Tuesday, November 2, 2010


Those of you who have been regular visitors to my blog already know my son has issues.

(Isn't it weird that so many of us have "issues"? I think it's weird. Maybe I'm just weird. Or maybe I have issues.)

Anyway, today he came home with his first "PRIDE Slip," which pretty much means he was a creep-o in class today and upset a whole lot of kids. Said mean things, didn't pay attention, cut up in P.E., and the list goes on. Fortunately, the slip only gives three lines of explanation, so the teacher doesn't have to spend the whole afternoon writing it out.

My son and I have a talk, and we establish both what he did and what he should have done. And then I sign it. And he signs it. I even make him write out his last name, spelling it for him since he's in first grade (I told you he had issues).

Is he remorseful. Not really. More matter-of-fact that in the heat of the moment he made some stupid choices, and will try to do differently. But then he picks up the slip and--oh, the change in his demeanor!--his eyes widen with excitement, and then--

"Mom, my name! It's on the other sheet!" Yes, two pages are together, the bottom yellow form creating a lovely blue copy of the top white form.

I'd tell him what kind of paper it is, but I just don't know. It's that paper-that-when-written-on-gets-those-copied-blue-line-things-on-it.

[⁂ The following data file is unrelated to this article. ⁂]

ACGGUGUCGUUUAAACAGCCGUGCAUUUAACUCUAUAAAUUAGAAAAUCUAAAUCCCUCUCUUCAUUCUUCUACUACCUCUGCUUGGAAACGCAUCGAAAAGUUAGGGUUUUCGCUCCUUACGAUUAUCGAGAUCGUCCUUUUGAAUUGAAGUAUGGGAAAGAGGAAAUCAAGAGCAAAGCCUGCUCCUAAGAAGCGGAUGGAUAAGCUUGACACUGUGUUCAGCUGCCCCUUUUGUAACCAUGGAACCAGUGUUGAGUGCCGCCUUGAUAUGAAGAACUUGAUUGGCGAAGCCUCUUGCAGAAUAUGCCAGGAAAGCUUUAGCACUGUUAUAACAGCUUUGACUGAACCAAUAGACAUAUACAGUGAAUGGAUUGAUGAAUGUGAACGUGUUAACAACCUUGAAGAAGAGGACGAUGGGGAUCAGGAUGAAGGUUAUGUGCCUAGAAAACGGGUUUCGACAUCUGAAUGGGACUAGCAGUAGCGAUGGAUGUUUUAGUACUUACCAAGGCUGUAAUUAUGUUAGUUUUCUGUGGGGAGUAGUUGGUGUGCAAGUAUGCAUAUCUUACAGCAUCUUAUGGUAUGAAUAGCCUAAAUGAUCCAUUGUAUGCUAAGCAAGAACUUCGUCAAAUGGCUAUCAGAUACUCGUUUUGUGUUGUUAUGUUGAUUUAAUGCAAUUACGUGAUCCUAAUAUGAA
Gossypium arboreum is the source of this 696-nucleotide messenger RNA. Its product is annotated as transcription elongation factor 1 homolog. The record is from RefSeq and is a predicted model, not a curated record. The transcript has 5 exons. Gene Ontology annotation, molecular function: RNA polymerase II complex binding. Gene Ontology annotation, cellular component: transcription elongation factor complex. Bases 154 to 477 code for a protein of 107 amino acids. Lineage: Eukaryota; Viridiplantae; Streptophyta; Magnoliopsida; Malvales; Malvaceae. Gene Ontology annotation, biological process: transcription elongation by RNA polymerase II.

"How does it do that?" he asks me.

Now, I can explain that... so I do... and, tickled, flapping the paper back and forth so that he can see over and over how well the yellow sheet has copied the white, he skips back to his room to put it lovingly into his backpack.

Yup, my son has issues.


  1. As issues go, that doesn't seem too bad.

  2. One year a nun sent one of those home with me but accidentally put my older brothers name on it,

    "I beat him with a 2x4 and pushed him into a snow bank and changed his name to Mark"

    was the comment he wrote back. My father always believed it better to be a smart ass than a dumb ass.

  3. The kids with "issues" are far more interesting, in the long run. Besides, every kid has them. If they're perfect, it just means you haven't found it yet, and it's probably a whopper.

  4. Yep, it seems a small issue… but as parents we tend to put our kids under a magnifying glass.
    With you guidance there is no doubt he will grow into a wonderful person, full of talent and a bright future.

    Try to not harp on the bad things or your kids will start to see them and believe that’s what they are… instead of seeing the positives and believe they are special in a good way.

    Best of luck and glad to see you got the WIP progress charts figured out.